I never would have found that bug if I hadn’t been running my code through its paces with a large sample of the various input permutations. So I think it’s appropriate to have discovered the bug, thus demonstrating the value of high-volume auto-generated tests, while writing about the mechanics of auto-generating tests with RSpec.

In the meantime, if you would like to play with my slider puzzle sample code and tests, I’ve released it under Creative Commons license and posted it on github. Enjoy! (I’m not planning to do much more with the sample code myself, and can’t promise to provide support on it. But I’ll do my best to answer questions. Oh, and yes, it really could use some refactoring. Seriously. A bazillion methods all on one class. Ick. But I’m publishing it anyway because I think it’s a handy example.)

Not Exhaustively Tested

It sounds like Joe Stump is having a bad time of it right now.

Joe Stump, formerly of Digg, left Digg to co-found a Mobile games company. They released the first of their games, Chess Wars, in late June.

Soon after, new players found serious problems that prevented them from playing the game. In response, the company re-submitted a new binary to Apple in July. As of this writing, the current version of Chess Wars is 1.1.

The trouble started with patch release #2. Apparently, even six weeks after Joe’s company submitted the new binary (release number 3 for those who are counting), Apple still hasn’t approved it.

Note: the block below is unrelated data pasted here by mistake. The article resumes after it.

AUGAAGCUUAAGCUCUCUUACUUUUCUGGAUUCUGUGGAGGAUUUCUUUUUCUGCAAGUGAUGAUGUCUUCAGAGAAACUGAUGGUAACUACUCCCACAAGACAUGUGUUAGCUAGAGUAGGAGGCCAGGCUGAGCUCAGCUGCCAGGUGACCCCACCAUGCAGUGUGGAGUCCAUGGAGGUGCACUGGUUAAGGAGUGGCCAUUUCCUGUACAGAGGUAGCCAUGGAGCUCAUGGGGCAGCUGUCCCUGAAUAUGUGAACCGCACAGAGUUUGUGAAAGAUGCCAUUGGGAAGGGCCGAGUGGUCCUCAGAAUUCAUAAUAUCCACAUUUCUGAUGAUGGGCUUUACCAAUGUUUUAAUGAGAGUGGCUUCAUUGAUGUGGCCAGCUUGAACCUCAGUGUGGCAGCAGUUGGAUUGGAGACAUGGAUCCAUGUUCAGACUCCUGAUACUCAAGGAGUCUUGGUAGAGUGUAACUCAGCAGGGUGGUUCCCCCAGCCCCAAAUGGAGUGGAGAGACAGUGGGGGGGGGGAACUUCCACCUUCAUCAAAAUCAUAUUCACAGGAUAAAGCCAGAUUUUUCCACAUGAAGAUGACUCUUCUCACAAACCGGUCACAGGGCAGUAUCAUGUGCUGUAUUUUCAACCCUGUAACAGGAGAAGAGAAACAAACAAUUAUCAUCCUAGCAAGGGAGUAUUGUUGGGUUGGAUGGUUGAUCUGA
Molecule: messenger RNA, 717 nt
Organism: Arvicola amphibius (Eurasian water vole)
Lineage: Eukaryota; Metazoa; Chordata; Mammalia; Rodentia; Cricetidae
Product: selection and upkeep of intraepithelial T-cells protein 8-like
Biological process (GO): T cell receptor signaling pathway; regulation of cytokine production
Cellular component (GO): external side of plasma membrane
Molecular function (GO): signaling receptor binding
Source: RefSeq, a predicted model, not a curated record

Eventually Joe got so fed up with waiting, and with seeing an average rating of two-and-a-half out of five stars, that he wrote a vitriolic blog post [WARNING: LANGUAGE NOT SAFE FOR WORK (or for anyone with delicate sensibilities)] blaming Apple for his woes.

That garnered the attention of Business Insider who then published an article about the whole mess.

Predictably, reactions in the comments called out Joe Stump for releasing crappy software.

I should mention here that I don’t know Joe. I don’t know anything about how he develops software. I think that there’s some delightful irony in the name of his company: Crash Corp. But I doubt he actually intended to release software that crashes.

Anyway, Joe submitted a comment to the Business Insider article defending his company’s development practices:

We have about 50 beta testers and exhaustively test the application before pushing the binary. In addition to that the application has around 200 unit tests. The two problems were edge cases that effect [sic] only users who had nobody who were friends with the application installed.

I’m having a great deal of trouble with this defense.

Problem #1: Dismissing the Problems as “Edge Cases”